Bit by bit | February 22, 2008 | Danville Express | |

Danville Express

Perspective - February 22, 2008

Bit by bit

The devil doesn't appear with a long, red, pointy tail, said a character in "Broadcast News"; he is nice and helpful and lowers the standards bit by bit. So development may come to the Tassajara Valley, despite the urban limit line passed by voters.

Word began to spread in the 1980s about the massive Dougherty Valley development coming to the unincorporated hills southeast of Danville. The planned community would provide much-needed houses near jobs, we were told, and prevent commuting to the Central Valley. Plus it would include trails, open space, amenities and affordable housing.

But how would the local infrastructure accommodate the influx? And how would the sudden increase in population impact the surrounding cities? Step by step the parties hammered out the details, and Dougherty Valley ended up with 11,000 homes on 6,000 acres. School board Trustee Joan Buchanan stepped forward to ensure the developers would be legally bound to build the schools they had promised, and the Dougherty Valley Oversight Committee was formed with representatives from San Ramon, Danville and the county to monitor the development.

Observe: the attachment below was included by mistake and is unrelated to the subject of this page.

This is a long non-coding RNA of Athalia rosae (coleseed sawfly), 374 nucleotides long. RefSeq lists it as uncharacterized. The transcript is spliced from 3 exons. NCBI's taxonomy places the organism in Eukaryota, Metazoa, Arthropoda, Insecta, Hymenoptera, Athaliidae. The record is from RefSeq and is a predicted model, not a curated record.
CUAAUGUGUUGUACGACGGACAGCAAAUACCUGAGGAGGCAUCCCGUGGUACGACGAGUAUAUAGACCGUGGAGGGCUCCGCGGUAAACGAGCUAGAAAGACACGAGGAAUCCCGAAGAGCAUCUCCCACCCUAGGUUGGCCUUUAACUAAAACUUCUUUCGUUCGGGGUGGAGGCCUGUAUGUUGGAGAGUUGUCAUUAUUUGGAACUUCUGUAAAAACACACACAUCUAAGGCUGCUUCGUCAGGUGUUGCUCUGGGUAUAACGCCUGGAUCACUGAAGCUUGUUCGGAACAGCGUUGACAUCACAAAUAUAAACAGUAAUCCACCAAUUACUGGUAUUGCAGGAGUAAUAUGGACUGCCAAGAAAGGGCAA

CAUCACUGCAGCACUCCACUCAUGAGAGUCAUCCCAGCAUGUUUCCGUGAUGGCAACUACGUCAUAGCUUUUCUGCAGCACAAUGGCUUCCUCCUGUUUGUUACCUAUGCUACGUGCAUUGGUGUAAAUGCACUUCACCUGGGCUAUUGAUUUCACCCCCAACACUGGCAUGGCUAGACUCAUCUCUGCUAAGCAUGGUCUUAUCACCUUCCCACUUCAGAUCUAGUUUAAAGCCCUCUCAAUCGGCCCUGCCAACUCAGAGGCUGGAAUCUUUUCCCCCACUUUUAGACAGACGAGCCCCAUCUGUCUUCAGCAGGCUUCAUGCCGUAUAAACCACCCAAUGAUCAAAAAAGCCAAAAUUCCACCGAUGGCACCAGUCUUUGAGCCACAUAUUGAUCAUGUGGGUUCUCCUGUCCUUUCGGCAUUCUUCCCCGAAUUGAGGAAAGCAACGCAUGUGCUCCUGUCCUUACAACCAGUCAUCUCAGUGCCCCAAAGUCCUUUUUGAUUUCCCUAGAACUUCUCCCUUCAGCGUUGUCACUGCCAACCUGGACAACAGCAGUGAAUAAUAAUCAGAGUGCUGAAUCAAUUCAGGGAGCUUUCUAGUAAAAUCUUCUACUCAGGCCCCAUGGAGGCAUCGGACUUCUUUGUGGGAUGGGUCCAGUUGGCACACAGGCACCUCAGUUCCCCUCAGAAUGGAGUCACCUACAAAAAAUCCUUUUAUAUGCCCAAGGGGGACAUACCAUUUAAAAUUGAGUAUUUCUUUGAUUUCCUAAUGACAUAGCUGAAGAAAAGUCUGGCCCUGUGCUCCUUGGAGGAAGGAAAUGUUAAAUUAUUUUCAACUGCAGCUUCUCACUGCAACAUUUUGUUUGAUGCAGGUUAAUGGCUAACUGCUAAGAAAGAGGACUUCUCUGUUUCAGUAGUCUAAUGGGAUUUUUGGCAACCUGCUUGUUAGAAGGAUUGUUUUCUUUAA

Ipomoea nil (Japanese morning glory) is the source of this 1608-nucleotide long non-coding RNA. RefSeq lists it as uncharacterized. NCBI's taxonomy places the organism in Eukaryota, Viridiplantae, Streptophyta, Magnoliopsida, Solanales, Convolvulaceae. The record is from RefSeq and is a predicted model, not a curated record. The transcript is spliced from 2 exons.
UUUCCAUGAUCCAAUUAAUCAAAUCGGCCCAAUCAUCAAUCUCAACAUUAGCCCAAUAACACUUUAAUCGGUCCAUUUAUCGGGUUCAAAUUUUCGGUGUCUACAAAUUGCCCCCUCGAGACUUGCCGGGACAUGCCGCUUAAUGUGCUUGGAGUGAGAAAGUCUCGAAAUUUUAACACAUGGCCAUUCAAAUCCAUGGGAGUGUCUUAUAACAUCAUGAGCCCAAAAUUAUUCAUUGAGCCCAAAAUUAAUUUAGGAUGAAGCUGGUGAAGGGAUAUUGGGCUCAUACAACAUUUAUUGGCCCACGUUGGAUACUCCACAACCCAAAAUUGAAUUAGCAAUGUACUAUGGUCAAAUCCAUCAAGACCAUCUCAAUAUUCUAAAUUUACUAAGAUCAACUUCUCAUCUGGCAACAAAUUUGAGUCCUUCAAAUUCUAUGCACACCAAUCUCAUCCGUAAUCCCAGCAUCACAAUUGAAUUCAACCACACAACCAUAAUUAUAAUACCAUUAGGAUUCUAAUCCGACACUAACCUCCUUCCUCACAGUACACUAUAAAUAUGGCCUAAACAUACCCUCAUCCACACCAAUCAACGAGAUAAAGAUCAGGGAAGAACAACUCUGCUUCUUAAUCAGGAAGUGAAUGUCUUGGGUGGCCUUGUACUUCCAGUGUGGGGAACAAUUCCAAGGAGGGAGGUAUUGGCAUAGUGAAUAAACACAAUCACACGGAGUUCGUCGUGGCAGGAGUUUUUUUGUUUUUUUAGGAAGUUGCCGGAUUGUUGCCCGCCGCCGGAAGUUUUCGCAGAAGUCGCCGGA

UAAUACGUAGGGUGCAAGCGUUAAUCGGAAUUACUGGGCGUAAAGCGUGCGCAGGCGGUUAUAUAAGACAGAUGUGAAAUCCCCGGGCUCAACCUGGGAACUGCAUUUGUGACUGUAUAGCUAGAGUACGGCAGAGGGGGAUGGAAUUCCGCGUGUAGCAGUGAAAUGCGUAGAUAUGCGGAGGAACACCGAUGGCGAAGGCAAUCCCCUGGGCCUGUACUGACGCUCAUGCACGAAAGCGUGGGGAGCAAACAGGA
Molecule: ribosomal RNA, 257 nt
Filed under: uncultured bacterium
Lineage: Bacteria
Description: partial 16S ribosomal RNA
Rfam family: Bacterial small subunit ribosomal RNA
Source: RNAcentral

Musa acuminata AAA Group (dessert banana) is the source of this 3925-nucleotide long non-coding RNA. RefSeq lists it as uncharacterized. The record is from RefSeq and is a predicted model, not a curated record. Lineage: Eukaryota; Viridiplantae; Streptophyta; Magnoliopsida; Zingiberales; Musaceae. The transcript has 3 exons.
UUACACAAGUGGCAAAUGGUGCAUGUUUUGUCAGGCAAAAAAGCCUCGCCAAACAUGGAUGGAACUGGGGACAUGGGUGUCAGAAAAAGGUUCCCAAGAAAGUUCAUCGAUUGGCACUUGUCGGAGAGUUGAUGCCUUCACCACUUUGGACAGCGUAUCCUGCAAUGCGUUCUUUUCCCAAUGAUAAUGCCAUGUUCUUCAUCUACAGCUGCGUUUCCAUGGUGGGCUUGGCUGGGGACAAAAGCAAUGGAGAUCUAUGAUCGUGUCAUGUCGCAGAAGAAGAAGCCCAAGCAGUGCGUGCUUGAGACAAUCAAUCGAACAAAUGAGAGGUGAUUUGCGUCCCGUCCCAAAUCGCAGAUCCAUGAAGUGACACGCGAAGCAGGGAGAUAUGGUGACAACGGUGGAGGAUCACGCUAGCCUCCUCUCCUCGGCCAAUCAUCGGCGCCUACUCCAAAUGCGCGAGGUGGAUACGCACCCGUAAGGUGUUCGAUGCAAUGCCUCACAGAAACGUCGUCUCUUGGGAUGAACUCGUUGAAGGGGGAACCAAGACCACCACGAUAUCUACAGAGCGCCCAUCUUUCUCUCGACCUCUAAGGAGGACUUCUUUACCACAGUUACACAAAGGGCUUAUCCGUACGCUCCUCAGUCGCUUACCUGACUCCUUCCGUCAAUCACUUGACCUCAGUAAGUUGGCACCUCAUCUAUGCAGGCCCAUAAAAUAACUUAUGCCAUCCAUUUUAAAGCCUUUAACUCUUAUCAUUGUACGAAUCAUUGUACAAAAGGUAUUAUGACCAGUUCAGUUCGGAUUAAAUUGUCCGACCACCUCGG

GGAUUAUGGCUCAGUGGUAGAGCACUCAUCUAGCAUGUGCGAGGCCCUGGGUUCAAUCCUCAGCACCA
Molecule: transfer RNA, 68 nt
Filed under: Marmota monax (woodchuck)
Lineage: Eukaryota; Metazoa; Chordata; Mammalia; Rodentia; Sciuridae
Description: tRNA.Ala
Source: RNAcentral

Now Dougherty Valley has been annexed by the city of San Ramon, its schools have opened, and a shopping center serves the new population. Dougherty Valley High School with its state-of-the-art facilities and theater is a welcome addition to the district and the community. But a drive through the stucco forest makes it clear why residents passed the urban limit line a year ago November, and one appreciates Save Mount Diablo's work to preserve other undeveloped areas.

On Danville's east border on Camino Tassajara lies the sprawling Alamo Creek, a development that will include 1,400 homes, on county land. The inclusion of the Mustang Soccer Complex helped this project get approvals.

Next up: Tassajara Valley? Last summer the county Board of Supervisors voted 4-1 to allow a $1 million study on a proposed development in the Tassajara Valley called New Farm; it would have 193 homes in a 770-acre project that would cluster homes and surround them by agriculture. The developers defined the project as rural-mixed use, but only Supervisor Susan Bonilla admitted it was aimed at finding a loophole for the urban limit line and voted against it.

Now San Ramon is applying to the Local Agency Formation Commission (LAFCO) to bring Tassajara Valley under its sphere of influence rather than the county's. In its Sphere of Influence Amendment Initial Study, San Ramon notes that an increase in residents and jobs is projected for San Ramon in the year 2020 and says, "Inclusion of Tassajara Valley in the Planning Area could improve the City's jobs/housing balance." Its 43-page environmental report concludes that changing the sphere of influence would have no environmental impact but it does not include the New Farm proposal.

We are not ones to say: We're here, close the gates. But neither should we automatically accept the arguments from developers that their proposals will keep the rural flavor of Tassajara Valley. We should apply the lessons we have learned over the years regarding smart growth and keep development inside the urban limit line.